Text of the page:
Monday, February 14, 2011

Clarification of Needing an ISBN

Angie Benedetti brought up a good question on Friday's comments that definitely needed some clarification.

My original statement:  Also, different e-book formats are supposed to have their own individual ISBNs.

Angie asked:  What do you mean by format here? My first thought is PDF vs. ePUB vs. MOBI vs. whatever else, but I know that's not how the publishers do it. Help? :)

My answer in the comments, plus some additional clarifications:

You are NOT supposed to use the same ISBN for MOBI as you do for ePUB, or PDF, et. al.

Do some publishers do it? Yes. Are they supposed to? No. Since many e-publishers only sell digital version from their own websites, not through third-party retailers, it's pretty much a non-issue.

Using George W. Bush's Decision Points as an example, check out and Amazon does use the same ISBN for the Kindle version as the hardcover version, but they also make a point of stating the ISBN is from source pages (i.e. the hardback) and attach an ASIN (which stands for Amazon Standard Identification Number). The ASIN is an internal number used only by Amazon because they're assuming their MOBI e-books won't be read on anything but a Kindle. They also assume the MOBI version won't be available for sale anywhere else, even though Smashwords does sell MOBI versions of e-books.  For the record, Decision Points by George W. Bush is not sold on Smashwords.

Again, the lack of ISBN goes back to Amazon and Smashwords not requiring ISBNs to sell directly from their websites.

However, Barnes and Noble shows a separate ISBN for the ePUB version than either the hardback, the paperback, or the audio book versions of Decision Points. But again, Barnes and Noble only sells the ePUB version, as does Apple iBooks. There's an assumption that they will both be selling the ePUB version as retailers, which is why they both require ISBNs.

All of this hinges on whether or not you're going to sell the same digital format of your ebook through multiple retailers.  The ISBN is a retail record-keeping device, just like a UPC (universal product code).

Also, instead of buying your own ISBNs directly from Bowker, you can buy them from certain retailer/distributors like Smashwords and Lulu.  Yes, buying from a third party is cheaper because they buy ISBNs in larger bulk quantites.  But the way ISBNs are coded, if you use the third-party route to buy your ISBN, it looks like the third-party is the publisher of record.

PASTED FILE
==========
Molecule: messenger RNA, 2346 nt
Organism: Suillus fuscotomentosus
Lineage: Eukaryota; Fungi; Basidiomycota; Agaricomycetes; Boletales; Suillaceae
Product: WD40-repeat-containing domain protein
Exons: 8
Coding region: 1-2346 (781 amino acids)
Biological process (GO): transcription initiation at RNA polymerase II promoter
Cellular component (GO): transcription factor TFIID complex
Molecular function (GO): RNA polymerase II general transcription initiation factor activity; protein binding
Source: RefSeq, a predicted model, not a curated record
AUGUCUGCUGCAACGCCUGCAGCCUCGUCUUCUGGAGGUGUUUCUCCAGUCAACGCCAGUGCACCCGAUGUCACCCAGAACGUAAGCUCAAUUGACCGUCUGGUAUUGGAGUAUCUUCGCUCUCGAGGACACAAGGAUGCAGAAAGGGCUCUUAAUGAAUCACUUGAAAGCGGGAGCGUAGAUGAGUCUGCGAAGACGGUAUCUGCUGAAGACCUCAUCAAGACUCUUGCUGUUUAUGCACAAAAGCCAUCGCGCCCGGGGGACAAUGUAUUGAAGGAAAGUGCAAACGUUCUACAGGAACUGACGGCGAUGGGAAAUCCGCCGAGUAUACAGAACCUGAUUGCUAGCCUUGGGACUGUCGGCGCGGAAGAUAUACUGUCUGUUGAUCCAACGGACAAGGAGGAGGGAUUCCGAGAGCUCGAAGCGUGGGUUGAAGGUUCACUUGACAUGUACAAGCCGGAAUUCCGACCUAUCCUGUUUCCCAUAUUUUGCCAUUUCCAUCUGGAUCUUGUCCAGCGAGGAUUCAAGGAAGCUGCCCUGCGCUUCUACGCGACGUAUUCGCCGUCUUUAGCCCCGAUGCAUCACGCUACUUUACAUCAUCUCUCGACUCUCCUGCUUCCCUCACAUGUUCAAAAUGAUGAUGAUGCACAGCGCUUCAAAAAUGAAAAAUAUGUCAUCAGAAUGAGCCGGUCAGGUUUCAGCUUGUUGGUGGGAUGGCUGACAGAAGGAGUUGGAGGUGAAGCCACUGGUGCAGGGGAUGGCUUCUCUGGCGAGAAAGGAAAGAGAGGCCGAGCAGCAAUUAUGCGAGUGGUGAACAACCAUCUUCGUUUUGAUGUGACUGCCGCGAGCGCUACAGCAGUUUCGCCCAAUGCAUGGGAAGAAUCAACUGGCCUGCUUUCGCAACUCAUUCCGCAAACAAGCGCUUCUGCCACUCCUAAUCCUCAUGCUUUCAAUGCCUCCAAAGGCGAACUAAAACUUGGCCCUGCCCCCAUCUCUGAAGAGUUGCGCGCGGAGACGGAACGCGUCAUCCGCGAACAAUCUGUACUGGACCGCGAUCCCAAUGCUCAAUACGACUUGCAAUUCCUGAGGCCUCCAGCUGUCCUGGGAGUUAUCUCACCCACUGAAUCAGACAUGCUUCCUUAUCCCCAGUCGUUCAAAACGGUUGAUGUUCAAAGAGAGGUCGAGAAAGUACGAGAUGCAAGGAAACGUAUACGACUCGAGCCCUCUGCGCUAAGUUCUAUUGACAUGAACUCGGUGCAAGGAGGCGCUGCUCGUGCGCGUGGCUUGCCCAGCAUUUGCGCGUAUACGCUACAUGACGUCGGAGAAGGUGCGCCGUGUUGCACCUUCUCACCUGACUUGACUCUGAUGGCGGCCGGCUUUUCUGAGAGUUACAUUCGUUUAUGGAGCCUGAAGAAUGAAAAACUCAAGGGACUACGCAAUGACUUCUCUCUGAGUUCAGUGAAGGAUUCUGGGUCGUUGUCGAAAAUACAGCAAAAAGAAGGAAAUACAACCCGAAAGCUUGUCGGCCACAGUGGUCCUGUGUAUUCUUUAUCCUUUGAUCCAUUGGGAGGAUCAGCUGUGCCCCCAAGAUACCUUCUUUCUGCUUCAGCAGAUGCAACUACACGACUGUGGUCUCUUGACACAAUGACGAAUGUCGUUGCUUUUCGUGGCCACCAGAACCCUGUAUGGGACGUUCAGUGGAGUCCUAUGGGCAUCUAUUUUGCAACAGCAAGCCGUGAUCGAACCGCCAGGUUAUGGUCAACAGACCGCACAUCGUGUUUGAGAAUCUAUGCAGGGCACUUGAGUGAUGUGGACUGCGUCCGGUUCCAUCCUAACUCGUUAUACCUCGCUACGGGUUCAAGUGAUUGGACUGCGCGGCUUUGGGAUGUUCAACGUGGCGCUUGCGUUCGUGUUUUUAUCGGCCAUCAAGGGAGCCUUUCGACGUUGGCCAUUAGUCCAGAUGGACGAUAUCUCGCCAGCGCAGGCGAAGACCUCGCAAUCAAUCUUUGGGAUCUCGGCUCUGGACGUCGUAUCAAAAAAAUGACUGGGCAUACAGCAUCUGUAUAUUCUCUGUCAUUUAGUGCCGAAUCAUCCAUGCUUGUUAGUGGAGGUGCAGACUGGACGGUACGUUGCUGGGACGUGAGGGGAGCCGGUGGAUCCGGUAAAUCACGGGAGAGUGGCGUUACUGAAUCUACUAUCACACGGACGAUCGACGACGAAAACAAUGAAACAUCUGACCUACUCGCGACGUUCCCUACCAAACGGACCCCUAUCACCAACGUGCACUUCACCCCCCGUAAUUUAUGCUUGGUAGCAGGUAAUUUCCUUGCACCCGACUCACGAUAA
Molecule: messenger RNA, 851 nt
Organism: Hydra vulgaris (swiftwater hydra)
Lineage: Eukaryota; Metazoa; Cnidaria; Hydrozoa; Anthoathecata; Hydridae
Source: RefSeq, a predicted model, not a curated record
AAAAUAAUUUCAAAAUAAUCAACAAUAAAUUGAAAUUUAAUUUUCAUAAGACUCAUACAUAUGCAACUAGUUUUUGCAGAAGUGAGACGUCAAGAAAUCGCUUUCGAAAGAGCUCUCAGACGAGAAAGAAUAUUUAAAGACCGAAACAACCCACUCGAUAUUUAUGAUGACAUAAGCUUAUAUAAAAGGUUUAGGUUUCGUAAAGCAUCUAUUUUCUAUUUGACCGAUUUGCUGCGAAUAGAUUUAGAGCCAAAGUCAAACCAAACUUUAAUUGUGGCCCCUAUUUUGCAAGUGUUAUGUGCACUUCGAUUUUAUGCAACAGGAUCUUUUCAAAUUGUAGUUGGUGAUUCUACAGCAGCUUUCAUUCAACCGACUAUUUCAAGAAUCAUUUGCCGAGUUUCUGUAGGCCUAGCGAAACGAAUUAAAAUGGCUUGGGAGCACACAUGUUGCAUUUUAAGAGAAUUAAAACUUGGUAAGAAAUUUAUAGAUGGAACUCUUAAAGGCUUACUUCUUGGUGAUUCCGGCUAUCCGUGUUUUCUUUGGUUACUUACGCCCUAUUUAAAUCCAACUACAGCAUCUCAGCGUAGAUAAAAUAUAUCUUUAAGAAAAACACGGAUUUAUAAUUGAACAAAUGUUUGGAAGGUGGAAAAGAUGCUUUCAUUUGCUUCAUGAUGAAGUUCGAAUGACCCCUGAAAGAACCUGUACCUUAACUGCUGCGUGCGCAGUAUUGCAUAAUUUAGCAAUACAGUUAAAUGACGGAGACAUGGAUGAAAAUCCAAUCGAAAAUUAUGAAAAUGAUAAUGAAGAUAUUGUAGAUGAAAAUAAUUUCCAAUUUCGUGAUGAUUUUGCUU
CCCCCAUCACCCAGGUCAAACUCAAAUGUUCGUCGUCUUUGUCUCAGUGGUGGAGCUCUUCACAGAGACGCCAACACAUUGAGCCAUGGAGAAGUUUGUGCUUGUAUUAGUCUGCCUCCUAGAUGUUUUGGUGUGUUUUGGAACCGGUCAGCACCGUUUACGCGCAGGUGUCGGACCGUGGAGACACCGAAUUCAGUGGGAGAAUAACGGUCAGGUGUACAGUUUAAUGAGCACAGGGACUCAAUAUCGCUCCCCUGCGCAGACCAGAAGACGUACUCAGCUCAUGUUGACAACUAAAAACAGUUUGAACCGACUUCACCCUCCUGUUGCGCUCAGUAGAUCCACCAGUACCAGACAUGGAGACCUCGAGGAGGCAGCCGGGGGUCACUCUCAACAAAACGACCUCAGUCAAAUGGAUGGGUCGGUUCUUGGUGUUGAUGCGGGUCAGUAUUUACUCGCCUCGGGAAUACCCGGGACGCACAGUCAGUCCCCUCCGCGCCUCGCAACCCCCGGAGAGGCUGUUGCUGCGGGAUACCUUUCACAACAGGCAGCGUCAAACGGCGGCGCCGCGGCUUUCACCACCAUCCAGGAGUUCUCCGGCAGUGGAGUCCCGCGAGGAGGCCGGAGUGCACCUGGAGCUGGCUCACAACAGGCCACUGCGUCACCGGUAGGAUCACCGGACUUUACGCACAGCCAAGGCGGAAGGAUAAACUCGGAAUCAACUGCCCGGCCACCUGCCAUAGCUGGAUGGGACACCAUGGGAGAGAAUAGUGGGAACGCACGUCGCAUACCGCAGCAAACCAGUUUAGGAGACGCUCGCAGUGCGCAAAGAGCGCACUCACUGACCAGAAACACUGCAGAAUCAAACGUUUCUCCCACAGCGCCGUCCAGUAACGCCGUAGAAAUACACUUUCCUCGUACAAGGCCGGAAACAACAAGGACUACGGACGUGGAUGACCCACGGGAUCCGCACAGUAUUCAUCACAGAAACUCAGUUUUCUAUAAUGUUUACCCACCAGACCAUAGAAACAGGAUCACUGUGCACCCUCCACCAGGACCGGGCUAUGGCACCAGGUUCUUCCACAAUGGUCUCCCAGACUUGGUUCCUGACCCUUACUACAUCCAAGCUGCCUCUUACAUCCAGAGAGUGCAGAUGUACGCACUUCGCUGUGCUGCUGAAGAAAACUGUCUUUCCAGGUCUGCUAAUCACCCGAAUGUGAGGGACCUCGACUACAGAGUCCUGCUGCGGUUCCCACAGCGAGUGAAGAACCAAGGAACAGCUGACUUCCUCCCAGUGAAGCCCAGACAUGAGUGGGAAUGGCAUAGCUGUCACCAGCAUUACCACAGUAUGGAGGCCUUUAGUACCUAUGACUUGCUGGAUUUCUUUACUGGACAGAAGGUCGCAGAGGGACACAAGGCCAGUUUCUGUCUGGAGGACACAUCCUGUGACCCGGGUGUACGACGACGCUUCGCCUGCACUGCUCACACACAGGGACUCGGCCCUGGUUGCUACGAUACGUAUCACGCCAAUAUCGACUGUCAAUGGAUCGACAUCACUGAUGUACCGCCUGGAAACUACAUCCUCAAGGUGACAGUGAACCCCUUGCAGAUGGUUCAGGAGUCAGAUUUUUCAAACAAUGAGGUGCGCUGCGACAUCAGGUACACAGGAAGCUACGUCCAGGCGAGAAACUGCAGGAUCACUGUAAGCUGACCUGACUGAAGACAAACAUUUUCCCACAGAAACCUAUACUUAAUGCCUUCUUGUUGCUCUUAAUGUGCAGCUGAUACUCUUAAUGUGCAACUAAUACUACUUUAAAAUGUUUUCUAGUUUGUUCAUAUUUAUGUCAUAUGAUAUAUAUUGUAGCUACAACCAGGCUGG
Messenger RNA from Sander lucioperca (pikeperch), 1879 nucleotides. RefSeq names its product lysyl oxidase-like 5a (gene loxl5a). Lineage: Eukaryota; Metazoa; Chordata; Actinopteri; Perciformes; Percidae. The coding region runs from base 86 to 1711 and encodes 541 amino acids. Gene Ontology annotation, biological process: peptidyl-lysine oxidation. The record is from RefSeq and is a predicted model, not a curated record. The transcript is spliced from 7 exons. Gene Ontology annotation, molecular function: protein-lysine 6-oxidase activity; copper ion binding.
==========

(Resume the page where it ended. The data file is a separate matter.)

Since I'm acting as my own publisher, I'd prefer to play it safe--buy my own ISBN blocks and have different ISBNs for different digital versions since I'm going through different retail outlets. For example, I plan to sell my e-books' MOBI version through both Amazon and Smashwords ans well as the ePUB version through Barnes and Noble by myself and iBooks by way of Smashwords, therefore I will have different ISBNs for the MOBI and ePUB versions.  I'm also looking at the possibility of more e-retailers opening down the road as e-books gain more traction in the market.  Individual ISBNs will make it easier to track which e-version sales are doing better.

I admit it's a combination of control issues and old attorney habits rearing their heads--an ounce of prevention, yada, yada, yada. . .

If I was only selling my ebooks through my website, I wouldn't bother with the ISBNs.  I'd save my money for other things, like venti peppermint mochas from Starbucks.  *grin*

Does anyone else have questions? If I don't know the answer, I'll try to find out for you.


  1. Huh, I didn't know that. My publisher sells all the formats they offer (five now, I think) in a ZIPped bundle. I only ever unzip the PDF files, but I'm pretty sure they all have the same ISBN. Fictionwise sells multiple formats, as does Rainbow, and I think ARe, and I'm pretty sure they all have the same ISBN too. I guess most of the smaller publishers and vendors don't know and/or don't care that they're all supposed to be separate. And figure, even if you're buying the cheaper blocks of a thousand ISBNs at a time, using separate numbers for all five versions of each e-book is going to significantly increase your costs in that area.

    I'll keep this in mind when/if I ever start self-pubbing, though; thanks for the explanation.


  2. Glad the breakdown helped, Angie. I haven't found an e-publisher who sells the e-version of their books through a third party retailer. So the whole ISBN thing is moot for them. That may change; it may not. No one, not even me, can say for sure how everything in publishing will shake out.